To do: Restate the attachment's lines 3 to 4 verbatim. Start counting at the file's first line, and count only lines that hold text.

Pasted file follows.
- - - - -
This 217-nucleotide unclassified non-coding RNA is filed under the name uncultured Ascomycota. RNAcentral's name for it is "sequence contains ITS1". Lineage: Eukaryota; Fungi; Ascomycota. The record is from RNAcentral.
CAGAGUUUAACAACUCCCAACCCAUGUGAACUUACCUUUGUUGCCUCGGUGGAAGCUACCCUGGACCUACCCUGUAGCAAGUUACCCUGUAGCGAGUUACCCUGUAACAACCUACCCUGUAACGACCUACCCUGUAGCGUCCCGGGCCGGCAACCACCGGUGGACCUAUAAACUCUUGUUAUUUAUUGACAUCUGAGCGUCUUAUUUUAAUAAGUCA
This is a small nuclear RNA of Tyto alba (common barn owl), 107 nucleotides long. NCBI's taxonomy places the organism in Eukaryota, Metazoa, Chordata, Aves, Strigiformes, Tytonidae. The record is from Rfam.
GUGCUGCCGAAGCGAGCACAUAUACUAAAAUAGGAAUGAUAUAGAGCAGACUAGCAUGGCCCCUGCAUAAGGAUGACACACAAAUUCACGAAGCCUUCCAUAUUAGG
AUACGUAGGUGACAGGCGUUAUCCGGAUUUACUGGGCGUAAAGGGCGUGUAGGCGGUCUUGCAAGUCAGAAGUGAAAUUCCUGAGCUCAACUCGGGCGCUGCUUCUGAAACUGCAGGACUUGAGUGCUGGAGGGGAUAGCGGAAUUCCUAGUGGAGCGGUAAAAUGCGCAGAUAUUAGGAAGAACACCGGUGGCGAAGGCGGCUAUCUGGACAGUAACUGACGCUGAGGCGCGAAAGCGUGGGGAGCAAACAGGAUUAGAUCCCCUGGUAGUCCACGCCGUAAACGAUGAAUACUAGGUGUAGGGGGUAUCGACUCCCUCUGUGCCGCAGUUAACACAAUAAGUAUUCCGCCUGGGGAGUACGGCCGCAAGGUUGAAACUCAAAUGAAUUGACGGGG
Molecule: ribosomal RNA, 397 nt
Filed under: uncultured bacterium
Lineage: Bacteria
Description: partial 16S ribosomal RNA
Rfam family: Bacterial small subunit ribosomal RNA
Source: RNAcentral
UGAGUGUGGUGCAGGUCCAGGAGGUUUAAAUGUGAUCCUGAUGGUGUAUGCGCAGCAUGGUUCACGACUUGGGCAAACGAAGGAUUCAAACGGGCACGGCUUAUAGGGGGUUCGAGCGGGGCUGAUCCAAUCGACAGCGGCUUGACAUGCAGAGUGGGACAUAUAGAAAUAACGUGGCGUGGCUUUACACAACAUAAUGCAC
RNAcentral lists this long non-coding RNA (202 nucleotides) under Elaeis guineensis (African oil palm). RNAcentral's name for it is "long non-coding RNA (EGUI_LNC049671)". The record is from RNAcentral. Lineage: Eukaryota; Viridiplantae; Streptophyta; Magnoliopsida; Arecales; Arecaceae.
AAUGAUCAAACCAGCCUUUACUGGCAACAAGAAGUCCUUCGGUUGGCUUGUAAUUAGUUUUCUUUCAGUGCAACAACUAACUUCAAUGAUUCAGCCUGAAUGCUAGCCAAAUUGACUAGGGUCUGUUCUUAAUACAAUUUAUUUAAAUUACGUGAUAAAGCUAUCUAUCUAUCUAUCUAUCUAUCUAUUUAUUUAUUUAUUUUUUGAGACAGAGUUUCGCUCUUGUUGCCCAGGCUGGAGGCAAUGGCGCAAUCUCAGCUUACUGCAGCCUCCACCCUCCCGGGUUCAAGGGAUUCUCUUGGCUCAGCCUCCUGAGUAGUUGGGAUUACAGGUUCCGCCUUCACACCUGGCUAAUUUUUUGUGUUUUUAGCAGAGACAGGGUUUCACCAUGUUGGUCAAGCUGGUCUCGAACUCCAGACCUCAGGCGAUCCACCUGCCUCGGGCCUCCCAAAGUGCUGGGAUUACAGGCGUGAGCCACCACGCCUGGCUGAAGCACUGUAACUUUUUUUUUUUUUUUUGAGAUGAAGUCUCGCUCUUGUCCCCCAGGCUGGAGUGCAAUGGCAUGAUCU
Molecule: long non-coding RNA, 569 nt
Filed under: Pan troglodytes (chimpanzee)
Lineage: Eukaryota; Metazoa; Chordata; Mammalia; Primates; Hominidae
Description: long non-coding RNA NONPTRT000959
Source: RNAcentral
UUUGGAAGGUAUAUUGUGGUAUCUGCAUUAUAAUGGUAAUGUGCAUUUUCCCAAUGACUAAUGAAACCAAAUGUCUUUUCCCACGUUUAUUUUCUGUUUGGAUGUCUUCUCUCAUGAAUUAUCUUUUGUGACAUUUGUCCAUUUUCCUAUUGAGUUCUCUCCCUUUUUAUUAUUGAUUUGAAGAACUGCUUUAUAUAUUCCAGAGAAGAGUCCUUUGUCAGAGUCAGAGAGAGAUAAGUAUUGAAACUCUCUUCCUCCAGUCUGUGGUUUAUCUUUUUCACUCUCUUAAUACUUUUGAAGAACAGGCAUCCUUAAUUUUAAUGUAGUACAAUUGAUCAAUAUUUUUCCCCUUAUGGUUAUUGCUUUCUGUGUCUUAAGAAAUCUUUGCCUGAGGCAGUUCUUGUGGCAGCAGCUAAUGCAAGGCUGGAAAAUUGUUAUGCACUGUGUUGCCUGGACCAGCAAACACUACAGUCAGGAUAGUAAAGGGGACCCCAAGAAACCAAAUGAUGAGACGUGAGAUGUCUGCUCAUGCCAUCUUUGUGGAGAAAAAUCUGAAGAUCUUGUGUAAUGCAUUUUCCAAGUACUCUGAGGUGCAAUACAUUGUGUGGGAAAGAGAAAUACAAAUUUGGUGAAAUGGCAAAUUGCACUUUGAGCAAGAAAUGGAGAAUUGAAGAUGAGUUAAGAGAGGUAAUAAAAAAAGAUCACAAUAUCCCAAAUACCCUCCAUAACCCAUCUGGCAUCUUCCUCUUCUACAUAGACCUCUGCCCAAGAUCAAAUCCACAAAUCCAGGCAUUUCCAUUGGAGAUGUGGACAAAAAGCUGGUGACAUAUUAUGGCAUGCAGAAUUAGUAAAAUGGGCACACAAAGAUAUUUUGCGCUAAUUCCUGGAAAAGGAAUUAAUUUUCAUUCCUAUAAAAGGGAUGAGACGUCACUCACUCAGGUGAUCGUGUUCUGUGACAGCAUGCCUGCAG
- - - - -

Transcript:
This is a small nuclear RNA of Tyto alba (common barn owl), 107 nucleotides long. NCBI's taxonomy places the organism in Eukaryota, Metazoa, Chordata, Aves, Strigiformes, Tytonidae. The record is from Rfam.
GUGCUGCCGAAGCGAGCACAUAUACUAAAAUAGGAAUGAUAUAGAGCAGACUAGCAUGGCCCCUGCAUAAGGAUGACACACAAAUUCACGAAGCCUUCCAUAUUAGG